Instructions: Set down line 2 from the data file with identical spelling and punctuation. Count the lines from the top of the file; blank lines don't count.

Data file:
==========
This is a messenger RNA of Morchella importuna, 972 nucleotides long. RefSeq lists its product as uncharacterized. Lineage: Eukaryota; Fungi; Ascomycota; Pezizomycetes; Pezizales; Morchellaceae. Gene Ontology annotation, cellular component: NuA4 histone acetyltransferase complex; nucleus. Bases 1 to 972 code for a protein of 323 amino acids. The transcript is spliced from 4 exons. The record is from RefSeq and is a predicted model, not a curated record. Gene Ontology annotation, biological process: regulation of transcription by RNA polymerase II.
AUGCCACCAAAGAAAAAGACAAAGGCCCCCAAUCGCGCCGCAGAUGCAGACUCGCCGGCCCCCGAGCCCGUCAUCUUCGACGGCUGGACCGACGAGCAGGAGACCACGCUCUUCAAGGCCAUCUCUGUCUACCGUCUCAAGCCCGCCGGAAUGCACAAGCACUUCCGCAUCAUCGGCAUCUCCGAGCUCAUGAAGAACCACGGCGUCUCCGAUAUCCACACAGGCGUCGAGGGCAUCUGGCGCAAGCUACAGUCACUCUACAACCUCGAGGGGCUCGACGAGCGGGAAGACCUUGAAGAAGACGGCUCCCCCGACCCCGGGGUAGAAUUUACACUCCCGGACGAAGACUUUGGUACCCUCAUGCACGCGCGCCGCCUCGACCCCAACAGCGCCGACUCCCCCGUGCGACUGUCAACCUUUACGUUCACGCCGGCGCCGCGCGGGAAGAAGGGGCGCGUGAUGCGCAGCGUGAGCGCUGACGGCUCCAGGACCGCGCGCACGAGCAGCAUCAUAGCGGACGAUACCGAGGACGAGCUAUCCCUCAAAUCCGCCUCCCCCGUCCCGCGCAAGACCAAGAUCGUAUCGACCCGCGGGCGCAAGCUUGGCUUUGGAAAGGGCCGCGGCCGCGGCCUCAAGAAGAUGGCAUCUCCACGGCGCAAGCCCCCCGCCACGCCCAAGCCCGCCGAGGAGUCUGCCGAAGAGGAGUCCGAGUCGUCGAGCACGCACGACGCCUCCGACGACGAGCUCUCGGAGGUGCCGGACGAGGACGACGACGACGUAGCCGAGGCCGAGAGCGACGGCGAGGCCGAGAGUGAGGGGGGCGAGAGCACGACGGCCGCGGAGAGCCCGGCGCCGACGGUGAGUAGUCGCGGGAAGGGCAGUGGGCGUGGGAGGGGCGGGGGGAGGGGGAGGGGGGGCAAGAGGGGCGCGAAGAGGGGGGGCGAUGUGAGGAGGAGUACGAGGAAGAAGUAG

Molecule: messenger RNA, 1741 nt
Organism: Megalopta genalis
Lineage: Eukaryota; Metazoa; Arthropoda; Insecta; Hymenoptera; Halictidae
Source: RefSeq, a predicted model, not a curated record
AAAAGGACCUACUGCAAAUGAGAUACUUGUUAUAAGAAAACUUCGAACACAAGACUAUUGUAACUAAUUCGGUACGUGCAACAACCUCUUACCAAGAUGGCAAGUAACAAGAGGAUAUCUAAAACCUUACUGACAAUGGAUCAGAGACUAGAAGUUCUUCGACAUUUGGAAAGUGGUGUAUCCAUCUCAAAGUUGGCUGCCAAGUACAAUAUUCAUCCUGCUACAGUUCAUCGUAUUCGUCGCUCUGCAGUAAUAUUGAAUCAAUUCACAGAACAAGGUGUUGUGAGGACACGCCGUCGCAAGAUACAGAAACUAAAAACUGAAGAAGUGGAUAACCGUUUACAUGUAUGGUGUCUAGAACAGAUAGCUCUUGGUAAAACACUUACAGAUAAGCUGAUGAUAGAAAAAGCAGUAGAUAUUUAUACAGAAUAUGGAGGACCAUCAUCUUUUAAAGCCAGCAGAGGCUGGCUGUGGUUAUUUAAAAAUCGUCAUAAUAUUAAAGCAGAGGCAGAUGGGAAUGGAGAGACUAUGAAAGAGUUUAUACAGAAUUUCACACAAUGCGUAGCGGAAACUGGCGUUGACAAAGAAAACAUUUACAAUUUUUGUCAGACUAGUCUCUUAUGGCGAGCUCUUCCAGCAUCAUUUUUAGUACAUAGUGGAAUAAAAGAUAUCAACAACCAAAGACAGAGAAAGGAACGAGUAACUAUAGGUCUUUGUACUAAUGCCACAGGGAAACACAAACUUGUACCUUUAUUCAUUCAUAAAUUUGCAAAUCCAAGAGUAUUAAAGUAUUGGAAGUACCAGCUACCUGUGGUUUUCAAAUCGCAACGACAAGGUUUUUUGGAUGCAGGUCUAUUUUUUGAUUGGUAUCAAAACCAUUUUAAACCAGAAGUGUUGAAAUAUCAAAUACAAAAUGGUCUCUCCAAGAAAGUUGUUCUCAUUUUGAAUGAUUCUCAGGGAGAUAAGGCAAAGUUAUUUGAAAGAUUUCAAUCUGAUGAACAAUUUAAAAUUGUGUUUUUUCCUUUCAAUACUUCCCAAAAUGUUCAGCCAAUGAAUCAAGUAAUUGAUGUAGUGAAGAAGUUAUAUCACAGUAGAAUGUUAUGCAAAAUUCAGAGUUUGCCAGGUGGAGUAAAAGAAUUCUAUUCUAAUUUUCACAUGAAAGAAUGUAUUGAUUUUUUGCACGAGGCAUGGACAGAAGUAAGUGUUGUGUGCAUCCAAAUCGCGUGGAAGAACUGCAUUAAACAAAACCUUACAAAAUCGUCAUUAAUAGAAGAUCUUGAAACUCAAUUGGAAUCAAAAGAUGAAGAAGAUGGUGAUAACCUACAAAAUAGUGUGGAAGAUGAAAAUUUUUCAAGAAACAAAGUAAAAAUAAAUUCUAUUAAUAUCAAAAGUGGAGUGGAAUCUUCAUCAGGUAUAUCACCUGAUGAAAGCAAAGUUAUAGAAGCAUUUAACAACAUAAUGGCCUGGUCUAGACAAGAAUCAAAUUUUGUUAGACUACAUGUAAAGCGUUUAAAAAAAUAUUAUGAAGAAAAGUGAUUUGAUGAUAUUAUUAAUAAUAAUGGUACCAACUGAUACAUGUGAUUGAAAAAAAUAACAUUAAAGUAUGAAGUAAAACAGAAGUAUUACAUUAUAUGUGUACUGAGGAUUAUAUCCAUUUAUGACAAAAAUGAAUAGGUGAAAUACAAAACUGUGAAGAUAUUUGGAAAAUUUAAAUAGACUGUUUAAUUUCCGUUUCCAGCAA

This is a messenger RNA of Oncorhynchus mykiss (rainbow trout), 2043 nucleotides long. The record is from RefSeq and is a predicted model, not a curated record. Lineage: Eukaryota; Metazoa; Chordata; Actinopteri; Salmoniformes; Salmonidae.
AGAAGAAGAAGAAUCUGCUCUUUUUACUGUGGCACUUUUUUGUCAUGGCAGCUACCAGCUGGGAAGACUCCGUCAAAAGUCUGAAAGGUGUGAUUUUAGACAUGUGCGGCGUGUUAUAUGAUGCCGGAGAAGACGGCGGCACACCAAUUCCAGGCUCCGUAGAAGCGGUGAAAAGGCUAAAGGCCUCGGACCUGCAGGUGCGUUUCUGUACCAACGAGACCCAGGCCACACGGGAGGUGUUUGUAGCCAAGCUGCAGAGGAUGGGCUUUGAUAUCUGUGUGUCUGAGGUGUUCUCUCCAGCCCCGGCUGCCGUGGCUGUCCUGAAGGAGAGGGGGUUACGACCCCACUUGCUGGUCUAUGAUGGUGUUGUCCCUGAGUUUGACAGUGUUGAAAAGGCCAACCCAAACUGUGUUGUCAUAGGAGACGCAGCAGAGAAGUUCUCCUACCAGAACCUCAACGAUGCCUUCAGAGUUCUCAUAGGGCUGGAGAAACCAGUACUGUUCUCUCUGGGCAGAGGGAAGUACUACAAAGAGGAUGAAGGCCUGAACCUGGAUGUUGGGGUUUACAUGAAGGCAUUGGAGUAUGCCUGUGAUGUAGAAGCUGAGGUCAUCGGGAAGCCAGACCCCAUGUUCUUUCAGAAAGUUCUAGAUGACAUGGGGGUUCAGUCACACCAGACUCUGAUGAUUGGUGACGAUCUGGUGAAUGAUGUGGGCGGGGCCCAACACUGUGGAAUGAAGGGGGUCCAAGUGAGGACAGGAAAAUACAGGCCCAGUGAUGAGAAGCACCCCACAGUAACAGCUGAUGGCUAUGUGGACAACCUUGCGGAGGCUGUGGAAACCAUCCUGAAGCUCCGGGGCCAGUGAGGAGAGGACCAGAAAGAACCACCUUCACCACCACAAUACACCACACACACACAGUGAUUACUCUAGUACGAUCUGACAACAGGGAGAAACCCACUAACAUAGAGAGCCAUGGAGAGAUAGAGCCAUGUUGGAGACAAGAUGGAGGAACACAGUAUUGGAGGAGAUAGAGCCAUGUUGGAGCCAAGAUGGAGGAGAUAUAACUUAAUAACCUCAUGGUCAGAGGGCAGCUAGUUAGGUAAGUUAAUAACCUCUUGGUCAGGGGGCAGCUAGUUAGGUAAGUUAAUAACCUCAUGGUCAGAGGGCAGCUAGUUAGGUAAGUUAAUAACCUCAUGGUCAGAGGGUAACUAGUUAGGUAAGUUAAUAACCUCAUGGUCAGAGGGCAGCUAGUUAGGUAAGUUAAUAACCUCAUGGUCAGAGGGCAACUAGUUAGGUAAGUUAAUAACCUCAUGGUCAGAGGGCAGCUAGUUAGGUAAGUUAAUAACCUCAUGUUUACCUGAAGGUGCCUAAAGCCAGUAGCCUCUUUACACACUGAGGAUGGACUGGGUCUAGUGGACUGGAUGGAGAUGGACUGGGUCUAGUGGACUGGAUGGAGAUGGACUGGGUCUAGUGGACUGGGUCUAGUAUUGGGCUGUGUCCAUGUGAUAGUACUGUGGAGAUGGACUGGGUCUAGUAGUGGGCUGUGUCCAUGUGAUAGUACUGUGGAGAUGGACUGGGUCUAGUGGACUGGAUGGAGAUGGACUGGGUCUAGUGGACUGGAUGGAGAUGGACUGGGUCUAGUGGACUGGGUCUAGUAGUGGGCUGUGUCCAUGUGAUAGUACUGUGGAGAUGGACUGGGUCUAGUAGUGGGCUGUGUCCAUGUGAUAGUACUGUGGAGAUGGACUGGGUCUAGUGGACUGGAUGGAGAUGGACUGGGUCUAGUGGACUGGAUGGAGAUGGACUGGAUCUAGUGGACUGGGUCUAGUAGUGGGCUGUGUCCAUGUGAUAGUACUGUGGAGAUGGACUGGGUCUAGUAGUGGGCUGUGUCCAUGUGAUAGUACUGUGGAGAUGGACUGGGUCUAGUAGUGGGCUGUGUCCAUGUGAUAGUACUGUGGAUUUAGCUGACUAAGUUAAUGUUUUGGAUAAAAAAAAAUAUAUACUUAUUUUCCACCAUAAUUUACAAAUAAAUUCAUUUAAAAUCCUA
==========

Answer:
AUGCCACCAAAGAAAAAGACAAAGGCCCCCAAUCGCGCCGCAGAUGCAGACUCGCCGGCCCCCGAGCCCGUCAUCUUCGACGGCUGGACCGACGAGCAGGAGACCACGCUCUUCAAGGCCAUCUCUGUCUACCGUCUCAAGCCCGCCGGAAUGCACAAGCACUUCCGCAUCAUCGGCAUCUCCGAGCUCAUGAAGAACCACGGCGUCUCCGAUAUCCACACAGGCGUCGAGGGCAUCUGGCGCAAGCUACAGUCACUCUACAACCUCGAGGGGCUCGACGAGCGGGAAGACCUUGAAGAAGACGGCUCCCCCGACCCCGGGGUAGAAUUUACACUCCCGGACGAAGACUUUGGUACCCUCAUGCACGCGCGCCGCCUCGACCCCAACAGCGCCGACUCCCCCGUGCGACUGUCAACCUUUACGUUCACGCCGGCGCCGCGCGGGAAGAAGGGGCGCGUGAUGCGCAGCGUGAGCGCUGACGGCUCCAGGACCGCGCGCACGAGCAGCAUCAUAGCGGACGAUACCGAGGACGAGCUAUCCCUCAAAUCCGCCUCCCCCGUCCCGCGCAAGACCAAGAUCGUAUCGACCCGCGGGCGCAAGCUUGGCUUUGGAAAGGGCCGCGGCCGCGGCCUCAAGAAGAUGGCAUCUCCACGGCGCAAGCCCCCCGCCACGCCCAAGCCCGCCGAGGAGUCUGCCGAAGAGGAGUCCGAGUCGUCGAGCACGCACGACGCCUCCGACGACGAGCUCUCGGAGGUGCCGGACGAGGACGACGACGACGUAGCCGAGGCCGAGAGCGACGGCGAGGCCGAGAGUGAGGGGGGCGAGAGCACGACGGCCGCGGAGAGCCCGGCGCCGACGGUGAGUAGUCGCGGGAAGGGCAGUGGGCGUGGGAGGGGCGGGGGGAGGGGGAGGGGGGGCAAGAGGGGCGCGAAGAGGGGGGGCGAUGUGAGGAGGAGUACGAGGAAGAAGUAG